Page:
I had a camera I was selling on craigslist a while back. I'd barely used it, it looked good as new. The potential buyer wanted the box with it, which I had. I met him at a Burger King, he took one look AT THE BOX and said No. My suspicion was he wanted to resell as "New in Box" or along those lines. Waste of my time. Steve above is correct - "Collectors" as in resellers, not necessarily honestly. BTW I shortly thereafter sold the camera to a young guy who was delighted with my price, and from time to time emails me with excellent photos he's taken with the camera. He viewed as a tool, whereas the first guy only saw it as a commodity.

March 5, 2015 | Unregistered CommenterEd

I'd say 25-30 bucks would be a good deal for both parties.

March 5, 2015 | Unregistered CommenterRommel55

Purchase purpose/motivation is not relevant. He effectively made you make up for his laziness or as Peter mentioned, took advantage of you. Fortunately you were open to selling at nearly half the price which is more than I would have paid and is less than the typical price of hoods for those levers. My reasons are probably much like yours. I grew up with them and they are not the jewels others believe they are.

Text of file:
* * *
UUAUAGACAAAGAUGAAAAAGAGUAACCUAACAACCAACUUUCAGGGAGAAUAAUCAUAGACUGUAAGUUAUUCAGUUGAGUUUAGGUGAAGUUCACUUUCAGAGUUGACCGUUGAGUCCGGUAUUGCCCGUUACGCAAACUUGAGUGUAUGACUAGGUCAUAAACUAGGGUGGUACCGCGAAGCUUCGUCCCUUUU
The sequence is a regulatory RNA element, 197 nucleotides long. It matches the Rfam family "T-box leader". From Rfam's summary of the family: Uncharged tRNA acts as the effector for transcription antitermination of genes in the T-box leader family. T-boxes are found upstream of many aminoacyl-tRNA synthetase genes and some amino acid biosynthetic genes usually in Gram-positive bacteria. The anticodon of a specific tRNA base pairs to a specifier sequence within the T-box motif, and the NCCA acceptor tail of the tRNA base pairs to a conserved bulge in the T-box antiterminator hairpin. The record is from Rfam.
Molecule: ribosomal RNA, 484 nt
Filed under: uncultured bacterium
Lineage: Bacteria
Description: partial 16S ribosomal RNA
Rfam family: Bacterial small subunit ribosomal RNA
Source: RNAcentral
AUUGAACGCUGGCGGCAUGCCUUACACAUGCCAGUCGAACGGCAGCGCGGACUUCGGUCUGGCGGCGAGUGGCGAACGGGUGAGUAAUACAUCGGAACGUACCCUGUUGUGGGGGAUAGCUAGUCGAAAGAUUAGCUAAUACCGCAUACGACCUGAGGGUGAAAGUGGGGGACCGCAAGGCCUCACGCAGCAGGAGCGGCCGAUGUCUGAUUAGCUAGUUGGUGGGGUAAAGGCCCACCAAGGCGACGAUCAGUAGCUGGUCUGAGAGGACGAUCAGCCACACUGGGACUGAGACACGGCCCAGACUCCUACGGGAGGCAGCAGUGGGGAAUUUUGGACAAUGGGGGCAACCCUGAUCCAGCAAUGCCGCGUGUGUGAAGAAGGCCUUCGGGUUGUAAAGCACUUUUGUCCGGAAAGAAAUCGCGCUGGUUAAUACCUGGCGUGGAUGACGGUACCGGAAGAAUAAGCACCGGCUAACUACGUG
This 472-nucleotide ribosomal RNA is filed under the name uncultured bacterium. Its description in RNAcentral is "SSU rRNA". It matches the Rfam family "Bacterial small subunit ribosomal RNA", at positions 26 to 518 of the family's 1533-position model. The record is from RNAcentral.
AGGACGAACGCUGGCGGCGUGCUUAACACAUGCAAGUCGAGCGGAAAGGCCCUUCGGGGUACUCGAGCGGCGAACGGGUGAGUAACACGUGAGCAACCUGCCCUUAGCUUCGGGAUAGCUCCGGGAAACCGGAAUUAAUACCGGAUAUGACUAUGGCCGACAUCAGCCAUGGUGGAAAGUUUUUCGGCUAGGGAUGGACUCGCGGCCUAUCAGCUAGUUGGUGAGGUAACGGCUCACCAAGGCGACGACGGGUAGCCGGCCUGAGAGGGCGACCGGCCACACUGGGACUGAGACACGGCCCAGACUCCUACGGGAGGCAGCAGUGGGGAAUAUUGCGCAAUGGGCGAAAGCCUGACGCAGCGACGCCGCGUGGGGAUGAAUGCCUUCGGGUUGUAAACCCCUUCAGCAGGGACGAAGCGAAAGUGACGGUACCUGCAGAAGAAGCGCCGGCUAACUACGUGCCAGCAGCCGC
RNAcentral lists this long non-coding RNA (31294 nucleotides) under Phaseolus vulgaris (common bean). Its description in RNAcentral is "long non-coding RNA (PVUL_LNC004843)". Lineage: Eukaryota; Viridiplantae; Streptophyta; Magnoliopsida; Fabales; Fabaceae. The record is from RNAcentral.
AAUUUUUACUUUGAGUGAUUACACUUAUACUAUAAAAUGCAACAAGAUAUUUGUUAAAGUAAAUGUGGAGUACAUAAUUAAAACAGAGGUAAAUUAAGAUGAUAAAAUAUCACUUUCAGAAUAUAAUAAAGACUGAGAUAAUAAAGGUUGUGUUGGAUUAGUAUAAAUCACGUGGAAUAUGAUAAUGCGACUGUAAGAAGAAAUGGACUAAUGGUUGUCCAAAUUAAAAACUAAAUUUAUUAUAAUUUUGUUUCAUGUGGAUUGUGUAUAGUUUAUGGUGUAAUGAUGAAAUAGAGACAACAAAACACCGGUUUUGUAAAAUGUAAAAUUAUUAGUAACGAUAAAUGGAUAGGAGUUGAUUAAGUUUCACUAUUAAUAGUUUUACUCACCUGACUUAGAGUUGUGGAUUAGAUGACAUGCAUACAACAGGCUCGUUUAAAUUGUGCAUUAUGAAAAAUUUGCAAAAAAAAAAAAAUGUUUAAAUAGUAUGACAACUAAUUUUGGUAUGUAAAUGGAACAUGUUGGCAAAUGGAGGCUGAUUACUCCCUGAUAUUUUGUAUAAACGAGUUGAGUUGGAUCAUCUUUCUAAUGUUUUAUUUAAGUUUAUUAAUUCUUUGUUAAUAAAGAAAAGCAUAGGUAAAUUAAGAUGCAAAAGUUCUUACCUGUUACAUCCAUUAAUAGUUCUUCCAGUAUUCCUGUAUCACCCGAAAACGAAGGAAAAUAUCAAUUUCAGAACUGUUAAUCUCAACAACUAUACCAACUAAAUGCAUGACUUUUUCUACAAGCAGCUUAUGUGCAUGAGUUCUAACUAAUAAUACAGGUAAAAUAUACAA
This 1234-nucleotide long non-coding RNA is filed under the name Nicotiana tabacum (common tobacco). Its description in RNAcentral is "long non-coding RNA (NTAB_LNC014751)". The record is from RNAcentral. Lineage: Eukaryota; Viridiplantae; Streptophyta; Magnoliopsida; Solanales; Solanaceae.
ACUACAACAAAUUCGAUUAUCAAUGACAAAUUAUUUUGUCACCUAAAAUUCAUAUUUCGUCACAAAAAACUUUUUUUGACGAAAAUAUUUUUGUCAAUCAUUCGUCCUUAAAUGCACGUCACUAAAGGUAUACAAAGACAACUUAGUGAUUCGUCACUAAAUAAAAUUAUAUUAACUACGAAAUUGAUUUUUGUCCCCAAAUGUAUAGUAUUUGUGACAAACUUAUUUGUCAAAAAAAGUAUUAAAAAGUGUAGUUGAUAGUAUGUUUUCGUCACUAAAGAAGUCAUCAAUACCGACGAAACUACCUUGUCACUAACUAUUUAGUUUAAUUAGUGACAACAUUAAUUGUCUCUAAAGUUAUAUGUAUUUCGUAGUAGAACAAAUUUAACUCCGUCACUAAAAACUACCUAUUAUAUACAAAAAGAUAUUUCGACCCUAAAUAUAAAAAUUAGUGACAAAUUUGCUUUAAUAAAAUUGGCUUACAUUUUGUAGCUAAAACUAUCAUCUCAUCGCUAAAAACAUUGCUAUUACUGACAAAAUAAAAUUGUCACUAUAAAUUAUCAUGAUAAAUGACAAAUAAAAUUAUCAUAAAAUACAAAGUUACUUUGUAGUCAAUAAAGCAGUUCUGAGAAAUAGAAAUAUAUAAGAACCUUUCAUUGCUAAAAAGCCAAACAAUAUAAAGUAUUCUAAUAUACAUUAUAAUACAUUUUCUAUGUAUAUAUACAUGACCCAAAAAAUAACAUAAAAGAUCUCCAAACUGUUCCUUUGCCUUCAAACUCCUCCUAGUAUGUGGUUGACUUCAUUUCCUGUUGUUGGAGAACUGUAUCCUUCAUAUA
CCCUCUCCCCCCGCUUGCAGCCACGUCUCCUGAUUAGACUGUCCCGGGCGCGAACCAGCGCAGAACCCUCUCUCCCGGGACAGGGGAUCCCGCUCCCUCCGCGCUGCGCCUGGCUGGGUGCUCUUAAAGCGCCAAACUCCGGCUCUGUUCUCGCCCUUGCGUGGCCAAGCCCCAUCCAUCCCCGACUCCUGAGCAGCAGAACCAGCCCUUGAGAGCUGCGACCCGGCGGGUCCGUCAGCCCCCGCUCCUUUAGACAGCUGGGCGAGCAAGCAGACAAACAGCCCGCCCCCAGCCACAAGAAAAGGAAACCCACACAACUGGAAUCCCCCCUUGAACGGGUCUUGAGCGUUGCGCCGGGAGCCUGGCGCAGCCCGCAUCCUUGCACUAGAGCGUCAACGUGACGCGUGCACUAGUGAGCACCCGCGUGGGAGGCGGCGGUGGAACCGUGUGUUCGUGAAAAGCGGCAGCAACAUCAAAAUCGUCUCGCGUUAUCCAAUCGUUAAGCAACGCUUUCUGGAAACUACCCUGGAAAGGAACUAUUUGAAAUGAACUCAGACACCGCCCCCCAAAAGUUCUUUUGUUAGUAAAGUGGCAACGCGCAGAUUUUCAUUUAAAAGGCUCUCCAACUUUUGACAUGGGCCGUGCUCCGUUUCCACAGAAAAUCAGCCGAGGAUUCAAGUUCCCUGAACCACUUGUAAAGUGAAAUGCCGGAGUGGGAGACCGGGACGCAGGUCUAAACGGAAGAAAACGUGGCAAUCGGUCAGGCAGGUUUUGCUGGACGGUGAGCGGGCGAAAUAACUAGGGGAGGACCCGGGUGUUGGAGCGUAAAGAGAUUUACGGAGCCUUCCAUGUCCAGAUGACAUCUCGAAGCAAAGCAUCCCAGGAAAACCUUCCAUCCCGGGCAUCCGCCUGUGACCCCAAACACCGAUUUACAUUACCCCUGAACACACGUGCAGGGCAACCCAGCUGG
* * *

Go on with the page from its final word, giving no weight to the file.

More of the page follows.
They are plentiful too! I picked up a pair with cables, calipers, Superbe levers, 9spd cogs, 2 NR RD's, two 10 speed chains, 1 NR FD, extra NR lever, pair of Chorus Aero levers, plus a couple of other parts in a bag at the co-op for $75.

It is interesting to see Campagnolo parts sell for such high prices regardless of which model and time period.

March 6, 2015 | Unregistered CommenterSJX426

I think that a lot of the situation could have been avoided if the center picture of the 5 shots on the listing had been taken from the front, as opposed to the rear of the levers. Looks like that one would have been "money shot" as far as showing the scratches.